• 29
    The People's Court

    The People's Court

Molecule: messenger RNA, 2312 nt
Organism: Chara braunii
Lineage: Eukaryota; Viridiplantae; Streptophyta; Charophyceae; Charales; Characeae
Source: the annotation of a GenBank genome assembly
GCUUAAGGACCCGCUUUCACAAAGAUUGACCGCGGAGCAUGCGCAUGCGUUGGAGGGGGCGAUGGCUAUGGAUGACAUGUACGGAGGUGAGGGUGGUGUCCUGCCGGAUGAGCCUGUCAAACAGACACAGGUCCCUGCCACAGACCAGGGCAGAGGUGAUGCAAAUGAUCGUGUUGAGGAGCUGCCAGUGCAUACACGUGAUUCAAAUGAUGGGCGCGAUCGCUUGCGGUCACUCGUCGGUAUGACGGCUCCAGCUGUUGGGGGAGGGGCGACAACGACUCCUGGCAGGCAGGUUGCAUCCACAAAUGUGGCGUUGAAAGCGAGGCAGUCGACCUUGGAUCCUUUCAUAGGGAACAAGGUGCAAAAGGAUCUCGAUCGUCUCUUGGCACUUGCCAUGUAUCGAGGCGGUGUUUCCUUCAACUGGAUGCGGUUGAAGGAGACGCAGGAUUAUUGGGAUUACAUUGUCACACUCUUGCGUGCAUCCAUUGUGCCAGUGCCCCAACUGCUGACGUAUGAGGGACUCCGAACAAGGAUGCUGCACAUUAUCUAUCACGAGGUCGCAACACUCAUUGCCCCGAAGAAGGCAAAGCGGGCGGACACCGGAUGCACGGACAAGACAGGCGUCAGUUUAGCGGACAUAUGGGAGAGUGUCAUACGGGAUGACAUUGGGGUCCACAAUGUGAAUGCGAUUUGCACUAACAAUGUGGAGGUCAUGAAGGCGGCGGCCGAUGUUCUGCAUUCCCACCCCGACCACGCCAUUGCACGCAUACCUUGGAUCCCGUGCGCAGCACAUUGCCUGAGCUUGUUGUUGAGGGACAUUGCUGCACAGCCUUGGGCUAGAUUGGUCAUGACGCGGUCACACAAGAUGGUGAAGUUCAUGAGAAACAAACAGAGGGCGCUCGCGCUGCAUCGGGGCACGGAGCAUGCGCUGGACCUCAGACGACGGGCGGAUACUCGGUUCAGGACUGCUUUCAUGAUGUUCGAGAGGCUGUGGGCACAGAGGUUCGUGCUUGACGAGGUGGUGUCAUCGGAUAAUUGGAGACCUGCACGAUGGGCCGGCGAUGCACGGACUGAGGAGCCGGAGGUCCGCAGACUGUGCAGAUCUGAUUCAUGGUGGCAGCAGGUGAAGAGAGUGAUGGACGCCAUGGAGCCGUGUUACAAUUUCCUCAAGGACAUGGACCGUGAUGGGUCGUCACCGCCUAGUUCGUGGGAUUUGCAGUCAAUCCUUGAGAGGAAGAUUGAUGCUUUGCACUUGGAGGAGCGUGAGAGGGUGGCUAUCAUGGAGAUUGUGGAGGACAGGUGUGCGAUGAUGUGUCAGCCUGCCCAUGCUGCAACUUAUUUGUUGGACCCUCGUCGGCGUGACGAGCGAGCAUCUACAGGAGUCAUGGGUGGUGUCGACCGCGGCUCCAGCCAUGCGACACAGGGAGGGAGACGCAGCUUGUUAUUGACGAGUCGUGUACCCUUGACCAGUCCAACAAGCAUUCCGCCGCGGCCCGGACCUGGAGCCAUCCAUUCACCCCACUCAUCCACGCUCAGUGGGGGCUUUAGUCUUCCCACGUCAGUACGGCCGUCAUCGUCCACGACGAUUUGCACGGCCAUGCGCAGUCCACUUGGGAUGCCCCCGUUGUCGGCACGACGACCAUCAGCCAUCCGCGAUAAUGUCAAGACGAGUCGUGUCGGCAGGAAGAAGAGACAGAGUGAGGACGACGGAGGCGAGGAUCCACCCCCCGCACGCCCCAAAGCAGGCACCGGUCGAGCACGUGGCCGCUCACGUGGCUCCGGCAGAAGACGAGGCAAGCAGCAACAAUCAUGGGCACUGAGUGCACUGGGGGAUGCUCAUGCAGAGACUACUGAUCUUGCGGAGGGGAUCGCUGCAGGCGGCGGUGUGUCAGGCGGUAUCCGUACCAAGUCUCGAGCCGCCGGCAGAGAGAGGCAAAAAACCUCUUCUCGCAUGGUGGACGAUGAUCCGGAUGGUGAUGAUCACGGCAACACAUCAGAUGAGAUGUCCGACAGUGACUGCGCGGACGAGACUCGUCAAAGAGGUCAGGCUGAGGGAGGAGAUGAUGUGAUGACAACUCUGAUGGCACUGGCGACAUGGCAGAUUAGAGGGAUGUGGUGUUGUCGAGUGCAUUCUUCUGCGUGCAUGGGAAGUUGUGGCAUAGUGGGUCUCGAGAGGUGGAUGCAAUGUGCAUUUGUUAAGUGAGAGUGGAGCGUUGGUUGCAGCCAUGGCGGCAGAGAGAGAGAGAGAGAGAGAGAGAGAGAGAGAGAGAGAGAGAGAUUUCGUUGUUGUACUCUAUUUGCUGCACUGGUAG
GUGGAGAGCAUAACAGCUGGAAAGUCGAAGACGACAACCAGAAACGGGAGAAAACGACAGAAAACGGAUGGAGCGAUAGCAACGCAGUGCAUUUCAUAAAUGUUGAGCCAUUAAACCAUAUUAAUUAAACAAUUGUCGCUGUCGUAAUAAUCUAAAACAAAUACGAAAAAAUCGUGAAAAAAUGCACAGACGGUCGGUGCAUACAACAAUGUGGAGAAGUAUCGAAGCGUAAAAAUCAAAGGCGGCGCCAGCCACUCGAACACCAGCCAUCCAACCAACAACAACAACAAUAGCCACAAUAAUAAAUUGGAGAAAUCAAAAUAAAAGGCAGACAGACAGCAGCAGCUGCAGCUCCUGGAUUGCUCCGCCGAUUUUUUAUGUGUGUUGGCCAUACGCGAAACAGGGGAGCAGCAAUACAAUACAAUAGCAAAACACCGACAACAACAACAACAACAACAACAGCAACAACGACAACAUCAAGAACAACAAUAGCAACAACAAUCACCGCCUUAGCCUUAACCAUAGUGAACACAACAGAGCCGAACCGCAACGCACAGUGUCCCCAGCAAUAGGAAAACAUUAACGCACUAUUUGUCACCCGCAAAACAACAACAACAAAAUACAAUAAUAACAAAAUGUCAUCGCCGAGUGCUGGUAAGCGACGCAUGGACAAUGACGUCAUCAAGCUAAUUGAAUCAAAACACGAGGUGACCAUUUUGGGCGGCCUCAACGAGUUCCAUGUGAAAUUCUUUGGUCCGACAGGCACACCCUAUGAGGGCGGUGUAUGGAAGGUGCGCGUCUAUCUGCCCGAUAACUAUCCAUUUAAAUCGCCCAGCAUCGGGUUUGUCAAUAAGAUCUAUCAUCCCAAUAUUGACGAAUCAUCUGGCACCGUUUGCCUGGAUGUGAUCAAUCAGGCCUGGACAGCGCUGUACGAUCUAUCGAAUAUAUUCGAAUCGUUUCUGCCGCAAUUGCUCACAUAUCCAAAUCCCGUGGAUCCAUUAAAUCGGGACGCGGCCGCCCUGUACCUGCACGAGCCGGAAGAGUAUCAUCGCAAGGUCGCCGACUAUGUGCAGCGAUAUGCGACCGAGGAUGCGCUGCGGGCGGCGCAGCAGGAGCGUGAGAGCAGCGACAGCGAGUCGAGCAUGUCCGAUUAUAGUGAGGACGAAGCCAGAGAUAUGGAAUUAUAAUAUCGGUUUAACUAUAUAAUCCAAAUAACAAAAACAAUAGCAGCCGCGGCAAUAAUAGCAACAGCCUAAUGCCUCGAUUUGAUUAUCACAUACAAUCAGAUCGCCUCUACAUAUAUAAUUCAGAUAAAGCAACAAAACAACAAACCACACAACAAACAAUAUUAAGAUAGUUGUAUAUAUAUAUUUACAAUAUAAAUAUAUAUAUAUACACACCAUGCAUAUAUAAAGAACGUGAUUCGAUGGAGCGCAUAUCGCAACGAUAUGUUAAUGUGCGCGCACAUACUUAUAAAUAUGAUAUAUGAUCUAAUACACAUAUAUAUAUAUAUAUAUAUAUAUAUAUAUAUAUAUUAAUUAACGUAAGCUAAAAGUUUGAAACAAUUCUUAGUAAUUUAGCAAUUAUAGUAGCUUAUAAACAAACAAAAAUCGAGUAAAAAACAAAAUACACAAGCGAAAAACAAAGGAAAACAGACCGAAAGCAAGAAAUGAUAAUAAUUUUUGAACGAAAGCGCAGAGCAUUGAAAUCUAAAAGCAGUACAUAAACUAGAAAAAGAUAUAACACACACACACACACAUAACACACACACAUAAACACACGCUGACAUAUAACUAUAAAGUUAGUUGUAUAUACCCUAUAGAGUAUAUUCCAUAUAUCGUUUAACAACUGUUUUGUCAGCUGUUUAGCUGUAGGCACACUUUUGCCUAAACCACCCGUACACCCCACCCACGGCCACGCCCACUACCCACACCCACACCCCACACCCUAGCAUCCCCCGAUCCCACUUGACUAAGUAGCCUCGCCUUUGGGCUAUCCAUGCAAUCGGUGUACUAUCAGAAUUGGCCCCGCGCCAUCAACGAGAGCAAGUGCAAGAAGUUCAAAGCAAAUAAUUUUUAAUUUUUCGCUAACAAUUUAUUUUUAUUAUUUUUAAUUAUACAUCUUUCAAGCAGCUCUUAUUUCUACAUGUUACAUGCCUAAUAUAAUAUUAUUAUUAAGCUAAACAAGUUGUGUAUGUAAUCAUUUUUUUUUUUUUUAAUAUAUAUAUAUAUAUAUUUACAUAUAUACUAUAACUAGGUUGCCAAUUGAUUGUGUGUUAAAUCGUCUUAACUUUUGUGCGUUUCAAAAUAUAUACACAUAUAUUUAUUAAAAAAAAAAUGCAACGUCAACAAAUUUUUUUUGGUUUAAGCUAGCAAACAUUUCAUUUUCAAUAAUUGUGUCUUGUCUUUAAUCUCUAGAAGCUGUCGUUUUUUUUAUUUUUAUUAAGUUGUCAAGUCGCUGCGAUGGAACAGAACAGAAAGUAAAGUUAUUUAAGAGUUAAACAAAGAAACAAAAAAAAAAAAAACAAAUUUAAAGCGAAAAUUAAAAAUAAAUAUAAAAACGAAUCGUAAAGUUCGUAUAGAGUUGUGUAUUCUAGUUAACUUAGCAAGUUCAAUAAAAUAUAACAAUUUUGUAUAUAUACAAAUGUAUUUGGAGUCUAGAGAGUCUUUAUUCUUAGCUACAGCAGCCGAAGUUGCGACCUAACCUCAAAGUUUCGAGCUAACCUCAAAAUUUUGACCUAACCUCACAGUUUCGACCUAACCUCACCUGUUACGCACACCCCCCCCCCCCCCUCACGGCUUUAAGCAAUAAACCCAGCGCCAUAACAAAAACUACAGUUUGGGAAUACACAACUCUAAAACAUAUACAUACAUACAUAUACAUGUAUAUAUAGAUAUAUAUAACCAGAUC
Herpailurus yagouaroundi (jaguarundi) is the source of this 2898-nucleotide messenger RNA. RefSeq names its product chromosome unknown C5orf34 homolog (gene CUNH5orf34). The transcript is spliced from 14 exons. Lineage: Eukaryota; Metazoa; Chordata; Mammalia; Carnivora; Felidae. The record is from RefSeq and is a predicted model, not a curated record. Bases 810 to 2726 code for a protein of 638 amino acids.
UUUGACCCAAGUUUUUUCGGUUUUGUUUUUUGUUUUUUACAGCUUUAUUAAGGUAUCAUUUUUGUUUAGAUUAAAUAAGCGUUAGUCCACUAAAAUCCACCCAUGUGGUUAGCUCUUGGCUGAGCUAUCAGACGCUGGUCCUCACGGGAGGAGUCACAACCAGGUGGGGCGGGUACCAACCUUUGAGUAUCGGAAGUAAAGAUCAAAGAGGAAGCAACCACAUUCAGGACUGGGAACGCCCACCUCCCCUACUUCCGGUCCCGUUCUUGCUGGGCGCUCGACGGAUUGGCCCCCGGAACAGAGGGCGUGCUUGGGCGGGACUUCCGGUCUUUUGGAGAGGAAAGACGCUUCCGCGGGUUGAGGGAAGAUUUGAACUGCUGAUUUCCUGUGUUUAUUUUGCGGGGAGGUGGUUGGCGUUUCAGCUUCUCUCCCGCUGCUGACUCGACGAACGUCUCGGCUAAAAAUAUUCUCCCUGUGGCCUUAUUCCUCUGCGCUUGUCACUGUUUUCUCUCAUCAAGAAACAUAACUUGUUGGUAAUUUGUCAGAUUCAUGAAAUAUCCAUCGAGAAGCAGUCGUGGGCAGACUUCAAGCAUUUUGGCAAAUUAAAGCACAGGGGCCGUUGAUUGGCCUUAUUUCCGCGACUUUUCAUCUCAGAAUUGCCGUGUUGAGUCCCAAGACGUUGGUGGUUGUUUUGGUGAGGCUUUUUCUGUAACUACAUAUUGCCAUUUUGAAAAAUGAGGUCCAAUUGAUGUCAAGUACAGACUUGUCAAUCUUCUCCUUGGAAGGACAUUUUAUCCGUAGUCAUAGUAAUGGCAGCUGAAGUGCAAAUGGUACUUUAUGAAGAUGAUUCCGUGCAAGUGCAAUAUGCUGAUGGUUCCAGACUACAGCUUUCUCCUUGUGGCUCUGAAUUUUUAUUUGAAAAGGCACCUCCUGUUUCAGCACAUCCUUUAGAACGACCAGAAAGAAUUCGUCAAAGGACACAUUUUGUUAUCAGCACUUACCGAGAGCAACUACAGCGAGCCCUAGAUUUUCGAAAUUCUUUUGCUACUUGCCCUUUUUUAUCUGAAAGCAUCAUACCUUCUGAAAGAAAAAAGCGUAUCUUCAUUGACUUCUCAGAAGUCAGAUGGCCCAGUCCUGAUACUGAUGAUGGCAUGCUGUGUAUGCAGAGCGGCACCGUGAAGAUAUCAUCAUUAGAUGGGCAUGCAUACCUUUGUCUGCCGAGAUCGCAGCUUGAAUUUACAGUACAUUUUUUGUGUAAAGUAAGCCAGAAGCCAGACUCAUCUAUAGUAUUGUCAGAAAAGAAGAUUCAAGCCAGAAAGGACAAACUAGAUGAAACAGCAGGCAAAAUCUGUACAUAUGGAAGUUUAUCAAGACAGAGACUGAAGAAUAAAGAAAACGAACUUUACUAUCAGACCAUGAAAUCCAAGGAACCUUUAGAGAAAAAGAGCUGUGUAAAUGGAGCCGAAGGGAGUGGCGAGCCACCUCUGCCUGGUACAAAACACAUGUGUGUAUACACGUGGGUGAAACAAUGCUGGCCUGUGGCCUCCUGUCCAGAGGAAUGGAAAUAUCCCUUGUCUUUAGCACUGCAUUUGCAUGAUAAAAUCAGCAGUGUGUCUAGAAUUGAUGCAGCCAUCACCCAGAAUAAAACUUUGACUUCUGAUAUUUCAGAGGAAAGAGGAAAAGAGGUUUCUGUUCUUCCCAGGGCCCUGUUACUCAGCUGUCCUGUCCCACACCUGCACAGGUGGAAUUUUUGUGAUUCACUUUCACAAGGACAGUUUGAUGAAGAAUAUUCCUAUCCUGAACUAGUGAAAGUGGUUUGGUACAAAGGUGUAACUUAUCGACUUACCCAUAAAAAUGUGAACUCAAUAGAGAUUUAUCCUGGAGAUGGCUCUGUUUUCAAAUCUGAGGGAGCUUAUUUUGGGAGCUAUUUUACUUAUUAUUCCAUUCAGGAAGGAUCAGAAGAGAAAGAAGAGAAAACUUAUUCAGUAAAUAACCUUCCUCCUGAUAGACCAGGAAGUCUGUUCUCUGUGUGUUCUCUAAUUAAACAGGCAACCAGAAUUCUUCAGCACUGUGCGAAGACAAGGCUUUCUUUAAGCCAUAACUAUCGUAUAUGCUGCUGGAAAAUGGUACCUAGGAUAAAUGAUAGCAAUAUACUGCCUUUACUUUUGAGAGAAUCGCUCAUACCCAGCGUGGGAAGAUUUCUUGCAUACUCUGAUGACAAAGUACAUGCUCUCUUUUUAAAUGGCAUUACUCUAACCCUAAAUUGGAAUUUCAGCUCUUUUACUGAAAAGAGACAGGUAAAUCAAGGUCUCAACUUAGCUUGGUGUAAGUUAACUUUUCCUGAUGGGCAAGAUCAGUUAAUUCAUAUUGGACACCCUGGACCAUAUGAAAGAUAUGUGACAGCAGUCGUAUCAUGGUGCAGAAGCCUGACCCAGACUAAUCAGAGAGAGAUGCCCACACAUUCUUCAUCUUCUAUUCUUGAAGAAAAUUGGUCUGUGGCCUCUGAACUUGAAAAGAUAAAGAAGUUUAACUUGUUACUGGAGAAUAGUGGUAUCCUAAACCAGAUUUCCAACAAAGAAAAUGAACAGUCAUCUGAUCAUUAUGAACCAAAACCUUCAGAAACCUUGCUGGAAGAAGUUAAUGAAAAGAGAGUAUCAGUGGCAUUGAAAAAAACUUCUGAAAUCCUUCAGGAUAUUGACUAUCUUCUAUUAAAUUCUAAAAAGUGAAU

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    The People's Court - a throwback to 1950s syndicated courtroom fare such as Traffic Court and The Stand Accused - was set in a small-claims court. The litigants had both agreed to bring their grievances to a California small-claims court, where retired Superior Court Judge Joseph A. Wapner heard the cases. The plaintiffs could file a claim for up to $1,500, while the defendants sometimes filed a countersuit if they felt they were due compensation. While most cases were run-of-the-mill complaints over poor service, broken contracts, ownership rights and malfunctioning merchandise, others had odd twists. For instance: * The overweight stripper who was not paid because the bachelor party-goers thought she was unattractive. During the arguments, she reveals she had gone at the request of her friend, the bride-to-be who found out about the party. * The mother who refused to pay a clown after he came to a birthday party dressed as a towering purple monster (he was supposed to play a Smurf); the clown ended up terrifying the party-goers. * The woman who requested a male friend make good on a verbal contract to pay half of the cost of her daughter's abortion, when she thought he was the father. He had backed out when he was sterile. * A woman who sued the owner of a pitbull after he jumped on the hood of his car. The pitbull's owner claimed she struck the dog and requested payment for the dog's injuries; and even suspected the resulting damage to the car was from a prior accident. And the list of odd cases went on. Each litigant (who, as the announcer reminded viewers each day, were not actors) stated his case before Joseph A. Wapner . After he was through asking questions, he retreated to his chambers before rendering his decision. More than once, he refused to support either side. Each litigant was then interviewed by the courtroom reporter (originally Doug Llewelyn from 1981-1993); sometimes, he gave the results of how courtroom spectators would have decided the case. Usually two cases were heard per show, though some longer cases took up the entire 30 minutes. If time permitted, Wapner fielded questions from the gallery; or legal expert Harvey Levin gave advice on handling that episode's legal scenario (i.e., confronting a car dealer about a car suspected to be a lemon). Each episode ended with Llewelyn admonishing viewers with some variation of the age old advice: "When you get mad, don't take the law into your own hands ... take 'em to court!" The original version of The People's Court ran for 12 years. When The People's Court returned to syndicated TV in 1997, the show expanded to 60 minutes, with Judge Ed Koch (the former New York City mayor) now presiding. Koch lasted until 1999, when Judge Jerry Scheindlin took over in 1999. Judge Marilyn Milian has presided since 2001. The format of the revised The People's Court was essentially similar, except the small claim's court limit was upped to $5,000. Sometimes, the interviewers also asked spectators on-camera their thoughts of a case before the judge's verdict was announced. Related Shows The People's Court UK Carol Smillie is set to present a new UK version of the People's Court for ITV1's new daytime line-up titled itv DAY.moreless